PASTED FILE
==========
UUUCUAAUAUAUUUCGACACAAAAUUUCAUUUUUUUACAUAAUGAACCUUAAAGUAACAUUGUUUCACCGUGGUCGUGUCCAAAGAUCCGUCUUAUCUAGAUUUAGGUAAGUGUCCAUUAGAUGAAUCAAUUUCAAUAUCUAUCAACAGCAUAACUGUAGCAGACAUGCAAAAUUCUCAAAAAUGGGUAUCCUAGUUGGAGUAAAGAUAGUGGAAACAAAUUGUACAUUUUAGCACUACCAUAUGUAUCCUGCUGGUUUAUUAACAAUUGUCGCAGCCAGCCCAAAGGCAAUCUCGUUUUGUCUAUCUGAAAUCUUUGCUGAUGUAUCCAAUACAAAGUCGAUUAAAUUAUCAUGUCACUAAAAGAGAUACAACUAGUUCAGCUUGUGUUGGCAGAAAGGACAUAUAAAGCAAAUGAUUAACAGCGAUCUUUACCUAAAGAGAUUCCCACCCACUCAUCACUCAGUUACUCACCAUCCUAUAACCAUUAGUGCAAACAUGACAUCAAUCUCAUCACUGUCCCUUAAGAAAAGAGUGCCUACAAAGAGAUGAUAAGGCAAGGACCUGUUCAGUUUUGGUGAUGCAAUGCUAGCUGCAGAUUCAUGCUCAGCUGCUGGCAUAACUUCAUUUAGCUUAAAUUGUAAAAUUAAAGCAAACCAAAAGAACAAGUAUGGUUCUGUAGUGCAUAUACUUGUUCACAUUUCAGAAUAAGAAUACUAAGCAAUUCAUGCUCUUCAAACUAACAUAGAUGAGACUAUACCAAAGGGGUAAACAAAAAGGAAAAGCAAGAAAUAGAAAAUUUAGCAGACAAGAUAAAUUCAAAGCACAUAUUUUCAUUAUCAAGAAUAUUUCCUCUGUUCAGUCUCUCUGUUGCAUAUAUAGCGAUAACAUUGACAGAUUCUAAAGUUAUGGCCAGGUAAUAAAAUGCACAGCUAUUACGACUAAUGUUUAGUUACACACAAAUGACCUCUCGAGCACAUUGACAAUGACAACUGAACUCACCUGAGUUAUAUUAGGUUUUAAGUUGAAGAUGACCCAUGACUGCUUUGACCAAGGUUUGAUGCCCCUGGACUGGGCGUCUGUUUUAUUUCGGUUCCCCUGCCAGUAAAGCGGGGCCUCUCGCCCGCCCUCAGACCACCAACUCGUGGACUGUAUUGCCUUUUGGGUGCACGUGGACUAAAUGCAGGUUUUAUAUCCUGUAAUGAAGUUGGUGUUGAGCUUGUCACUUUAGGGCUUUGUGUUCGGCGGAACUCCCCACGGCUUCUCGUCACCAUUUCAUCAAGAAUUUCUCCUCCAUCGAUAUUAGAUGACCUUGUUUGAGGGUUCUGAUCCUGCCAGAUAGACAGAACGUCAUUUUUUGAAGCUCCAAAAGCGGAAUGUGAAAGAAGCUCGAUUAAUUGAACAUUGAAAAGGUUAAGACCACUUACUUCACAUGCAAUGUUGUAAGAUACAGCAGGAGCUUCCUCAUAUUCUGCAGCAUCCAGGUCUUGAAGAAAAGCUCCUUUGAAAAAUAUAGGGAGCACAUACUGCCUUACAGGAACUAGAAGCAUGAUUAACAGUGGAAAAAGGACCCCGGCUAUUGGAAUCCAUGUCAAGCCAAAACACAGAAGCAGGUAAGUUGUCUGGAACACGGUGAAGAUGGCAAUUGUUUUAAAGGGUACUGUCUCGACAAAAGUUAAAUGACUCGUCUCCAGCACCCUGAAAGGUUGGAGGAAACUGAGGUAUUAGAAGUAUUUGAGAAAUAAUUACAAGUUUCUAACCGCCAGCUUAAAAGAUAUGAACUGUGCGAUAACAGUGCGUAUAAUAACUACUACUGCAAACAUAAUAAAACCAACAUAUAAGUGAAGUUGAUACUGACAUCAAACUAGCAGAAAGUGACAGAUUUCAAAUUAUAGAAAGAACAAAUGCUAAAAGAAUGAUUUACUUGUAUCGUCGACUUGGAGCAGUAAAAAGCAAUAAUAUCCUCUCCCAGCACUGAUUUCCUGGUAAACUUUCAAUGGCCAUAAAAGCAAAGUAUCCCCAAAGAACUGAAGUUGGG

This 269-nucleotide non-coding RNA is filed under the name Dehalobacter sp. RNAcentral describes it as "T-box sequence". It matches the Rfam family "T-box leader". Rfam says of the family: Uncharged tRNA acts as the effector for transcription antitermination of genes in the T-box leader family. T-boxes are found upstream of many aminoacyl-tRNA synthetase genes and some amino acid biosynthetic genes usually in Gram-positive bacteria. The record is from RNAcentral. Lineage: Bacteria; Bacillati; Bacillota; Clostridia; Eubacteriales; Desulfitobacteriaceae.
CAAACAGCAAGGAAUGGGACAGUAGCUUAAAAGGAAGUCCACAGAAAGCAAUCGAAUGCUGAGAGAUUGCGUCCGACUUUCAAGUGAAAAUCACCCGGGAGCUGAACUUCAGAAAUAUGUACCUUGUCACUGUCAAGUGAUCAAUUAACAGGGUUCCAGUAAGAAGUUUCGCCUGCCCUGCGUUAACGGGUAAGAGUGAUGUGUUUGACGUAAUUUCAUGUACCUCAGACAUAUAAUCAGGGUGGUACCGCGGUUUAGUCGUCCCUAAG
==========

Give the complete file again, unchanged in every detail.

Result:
UUUCUAAUAUAUUUCGACACAAAAUUUCAUUUUUUUACAUAAUGAACCUUAAAGUAACAUUGUUUCACCGUGGUCGUGUCCAAAGAUCCGUCUUAUCUAGAUUUAGGUAAGUGUCCAUUAGAUGAAUCAAUUUCAAUAUCUAUCAACAGCAUAACUGUAGCAGACAUGCAAAAUUCUCAAAAAUGGGUAUCCUAGUUGGAGUAAAGAUAGUGGAAACAAAUUGUACAUUUUAGCACUACCAUAUGUAUCCUGCUGGUUUAUUAACAAUUGUCGCAGCCAGCCCAAAGGCAAUCUCGUUUUGUCUAUCUGAAAUCUUUGCUGAUGUAUCCAAUACAAAGUCGAUUAAAUUAUCAUGUCACUAAAAGAGAUACAACUAGUUCAGCUUGUGUUGGCAGAAAGGACAUAUAAAGCAAAUGAUUAACAGCGAUCUUUACCUAAAGAGAUUCCCACCCACUCAUCACUCAGUUACUCACCAUCCUAUAACCAUUAGUGCAAACAUGACAUCAAUCUCAUCACUGUCCCUUAAGAAAAGAGUGCCUACAAAGAGAUGAUAAGGCAAGGACCUGUUCAGUUUUGGUGAUGCAAUGCUAGCUGCAGAUUCAUGCUCAGCUGCUGGCAUAACUUCAUUUAGCUUAAAUUGUAAAAUUAAAGCAAACCAAAAGAACAAGUAUGGUUCUGUAGUGCAUAUACUUGUUCACAUUUCAGAAUAAGAAUACUAAGCAAUUCAUGCUCUUCAAACUAACAUAGAUGAGACUAUACCAAAGGGGUAAACAAAAAGGAAAAGCAAGAAAUAGAAAAUUUAGCAGACAAGAUAAAUUCAAAGCACAUAUUUUCAUUAUCAAGAAUAUUUCCUCUGUUCAGUCUCUCUGUUGCAUAUAUAGCGAUAACAUUGACAGAUUCUAAAGUUAUGGCCAGGUAAUAAAAUGCACAGCUAUUACGACUAAUGUUUAGUUACACACAAAUGACCUCUCGAGCACAUUGACAAUGACAACUGAACUCACCUGAGUUAUAUUAGGUUUUAAGUUGAAGAUGACCCAUGACUGCUUUGACCAAGGUUUGAUGCCCCUGGACUGGGCGUCUGUUUUAUUUCGGUUCCCCUGCCAGUAAAGCGGGGCCUCUCGCCCGCCCUCAGACCACCAACUCGUGGACUGUAUUGCCUUUUGGGUGCACGUGGACUAAAUGCAGGUUUUAUAUCCUGUAAUGAAGUUGGUGUUGAGCUUGUCACUUUAGGGCUUUGUGUUCGGCGGAACUCCCCACGGCUUCUCGUCACCAUUUCAUCAAGAAUUUCUCCUCCAUCGAUAUUAGAUGACCUUGUUUGAGGGUUCUGAUCCUGCCAGAUAGACAGAACGUCAUUUUUUGAAGCUCCAAAAGCGGAAUGUGAAAGAAGCUCGAUUAAUUGAACAUUGAAAAGGUUAAGACCACUUACUUCACAUGCAAUGUUGUAAGAUACAGCAGGAGCUUCCUCAUAUUCUGCAGCAUCCAGGUCUUGAAGAAAAGCUCCUUUGAAAAAUAUAGGGAGCACAUACUGCCUUACAGGAACUAGAAGCAUGAUUAACAGUGGAAAAAGGACCCCGGCUAUUGGAAUCCAUGUCAAGCCAAAACACAGAAGCAGGUAAGUUGUCUGGAACACGGUGAAGAUGGCAAUUGUUUUAAAGGGUACUGUCUCGACAAAAGUUAAAUGACUCGUCUCCAGCACCCUGAAAGGUUGGAGGAAACUGAGGUAUUAGAAGUAUUUGAGAAAUAAUUACAAGUUUCUAACCGCCAGCUUAAAAGAUAUGAACUGUGCGAUAACAGUGCGUAUAAUAACUACUACUGCAAACAUAAUAAAACCAACAUAUAAGUGAAGUUGAUACUGACAUCAAACUAGCAGAAAGUGACAGAUUUCAAAUUAUAGAAAGAACAAAUGCUAAAAGAAUGAUUUACUUGUAUCGUCGACUUGGAGCAGUAAAAAGCAAUAAUAUCCUCUCCCAGCACUGAUUUCCUGGUAAACUUUCAAUGGCCAUAAAAGCAAAGUAUCCCCAAAGAACUGAAGUUGGG

This 269-nucleotide non-coding RNA is filed under the name Dehalobacter sp. RNAcentral describes it as "T-box sequence". It matches the Rfam family "T-box leader". Rfam says of the family: Uncharged tRNA acts as the effector for transcription antitermination of genes in the T-box leader family. T-boxes are found upstream of many aminoacyl-tRNA synthetase genes and some amino acid biosynthetic genes usually in Gram-positive bacteria. The record is from RNAcentral. Lineage: Bacteria; Bacillati; Bacillota; Clostridia; Eubacteriales; Desulfitobacteriaceae.
CAAACAGCAAGGAAUGGGACAGUAGCUUAAAAGGAAGUCCACAGAAAGCAAUCGAAUGCUGAGAGAUUGCGUCCGACUUUCAAGUGAAAAUCACCCGGGAGCUGAACUUCAGAAAUAUGUACCUUGUCACUGUCAAGUGAUCAAUUAACAGGGUUCCAGUAAGAAGUUUCGCCUGCCCUGCGUUAACGGGUAAGAGUGAUGUGUUUGACGUAAUUUCAUGUACCUCAGACAUAUAAUCAGGGUGGUACCGCGGUUUAGUCGUCCCUAAG